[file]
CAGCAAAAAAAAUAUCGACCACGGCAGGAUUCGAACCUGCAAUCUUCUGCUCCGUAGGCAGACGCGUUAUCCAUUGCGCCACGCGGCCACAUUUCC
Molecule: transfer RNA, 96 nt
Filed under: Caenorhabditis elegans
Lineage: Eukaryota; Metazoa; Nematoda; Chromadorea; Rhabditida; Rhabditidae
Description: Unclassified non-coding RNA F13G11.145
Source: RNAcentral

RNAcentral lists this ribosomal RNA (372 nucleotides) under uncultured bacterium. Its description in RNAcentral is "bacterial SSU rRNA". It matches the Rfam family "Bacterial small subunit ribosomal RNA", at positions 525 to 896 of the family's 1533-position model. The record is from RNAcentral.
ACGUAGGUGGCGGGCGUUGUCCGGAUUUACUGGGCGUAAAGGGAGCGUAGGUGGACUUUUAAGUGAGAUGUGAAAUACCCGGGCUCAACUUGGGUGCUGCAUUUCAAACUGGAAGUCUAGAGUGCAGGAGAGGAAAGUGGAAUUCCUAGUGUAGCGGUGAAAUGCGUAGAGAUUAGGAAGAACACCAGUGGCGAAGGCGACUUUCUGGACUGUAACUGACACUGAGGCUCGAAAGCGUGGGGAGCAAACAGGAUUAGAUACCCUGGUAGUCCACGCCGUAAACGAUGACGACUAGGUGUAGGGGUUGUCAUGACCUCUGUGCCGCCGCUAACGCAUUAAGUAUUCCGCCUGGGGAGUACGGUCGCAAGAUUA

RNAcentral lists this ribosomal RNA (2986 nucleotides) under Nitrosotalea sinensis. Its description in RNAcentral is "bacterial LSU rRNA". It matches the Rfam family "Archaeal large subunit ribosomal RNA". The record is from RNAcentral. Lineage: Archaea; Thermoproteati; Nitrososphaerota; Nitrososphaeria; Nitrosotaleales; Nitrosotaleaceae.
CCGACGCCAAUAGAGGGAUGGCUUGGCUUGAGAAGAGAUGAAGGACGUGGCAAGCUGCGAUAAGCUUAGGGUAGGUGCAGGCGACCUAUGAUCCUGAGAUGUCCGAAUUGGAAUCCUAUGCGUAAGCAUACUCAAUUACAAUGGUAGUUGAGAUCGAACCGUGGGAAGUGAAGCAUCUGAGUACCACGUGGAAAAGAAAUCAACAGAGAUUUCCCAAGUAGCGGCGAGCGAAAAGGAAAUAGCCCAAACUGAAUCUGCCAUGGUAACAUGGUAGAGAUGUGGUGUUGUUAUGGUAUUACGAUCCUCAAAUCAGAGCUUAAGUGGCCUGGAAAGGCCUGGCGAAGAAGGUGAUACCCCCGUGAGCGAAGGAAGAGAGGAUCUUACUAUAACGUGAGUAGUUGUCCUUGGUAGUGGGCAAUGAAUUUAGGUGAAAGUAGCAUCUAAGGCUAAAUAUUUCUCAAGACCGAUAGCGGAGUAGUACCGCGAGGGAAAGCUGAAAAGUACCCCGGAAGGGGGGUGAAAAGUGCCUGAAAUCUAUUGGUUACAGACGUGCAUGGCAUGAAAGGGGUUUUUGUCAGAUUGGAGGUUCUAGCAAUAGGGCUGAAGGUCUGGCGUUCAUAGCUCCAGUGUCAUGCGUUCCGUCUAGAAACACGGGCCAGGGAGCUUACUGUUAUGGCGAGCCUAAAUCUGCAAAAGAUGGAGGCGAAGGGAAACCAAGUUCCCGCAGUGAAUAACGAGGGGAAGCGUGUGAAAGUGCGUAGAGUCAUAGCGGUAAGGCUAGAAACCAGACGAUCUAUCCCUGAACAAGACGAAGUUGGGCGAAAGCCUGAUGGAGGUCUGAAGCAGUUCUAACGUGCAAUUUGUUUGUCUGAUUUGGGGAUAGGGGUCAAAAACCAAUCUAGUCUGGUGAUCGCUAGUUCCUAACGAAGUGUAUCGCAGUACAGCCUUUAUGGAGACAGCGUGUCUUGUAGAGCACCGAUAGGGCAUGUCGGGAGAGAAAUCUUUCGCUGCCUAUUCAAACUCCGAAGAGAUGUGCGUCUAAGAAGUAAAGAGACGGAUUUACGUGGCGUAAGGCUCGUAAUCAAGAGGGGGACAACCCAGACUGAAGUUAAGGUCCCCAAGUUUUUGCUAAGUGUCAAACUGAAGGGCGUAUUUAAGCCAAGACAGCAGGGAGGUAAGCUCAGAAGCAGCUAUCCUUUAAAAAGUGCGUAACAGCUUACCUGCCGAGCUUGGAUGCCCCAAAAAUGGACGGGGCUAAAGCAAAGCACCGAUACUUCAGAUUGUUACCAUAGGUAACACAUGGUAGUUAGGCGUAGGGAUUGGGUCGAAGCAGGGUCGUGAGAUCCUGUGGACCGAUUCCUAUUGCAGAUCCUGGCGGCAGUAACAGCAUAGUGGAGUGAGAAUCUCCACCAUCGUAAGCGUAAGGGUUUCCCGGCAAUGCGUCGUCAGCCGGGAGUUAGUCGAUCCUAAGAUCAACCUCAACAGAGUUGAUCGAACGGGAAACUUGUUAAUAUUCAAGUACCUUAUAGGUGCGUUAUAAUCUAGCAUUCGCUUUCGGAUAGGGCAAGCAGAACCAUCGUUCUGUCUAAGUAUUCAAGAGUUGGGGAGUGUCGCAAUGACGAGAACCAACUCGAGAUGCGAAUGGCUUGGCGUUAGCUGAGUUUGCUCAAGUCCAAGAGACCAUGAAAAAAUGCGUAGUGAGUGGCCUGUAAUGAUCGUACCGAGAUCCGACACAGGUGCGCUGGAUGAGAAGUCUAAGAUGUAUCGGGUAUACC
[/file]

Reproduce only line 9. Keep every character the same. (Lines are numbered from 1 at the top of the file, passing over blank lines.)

RNAcentral lists this ribosomal RNA (2986 nucleotides) under Nitrosotalea sinensis. Its description in RNAcentral is "bacterial LSU rRNA". It matches the Rfam family "Archaeal large subunit ribosomal RNA". The record is from RNAcentral. Lineage: Archaea; Thermoproteati; Nitrososphaerota; Nitrososphaeria; Nitrosotaleales; Nitrosotaleaceae.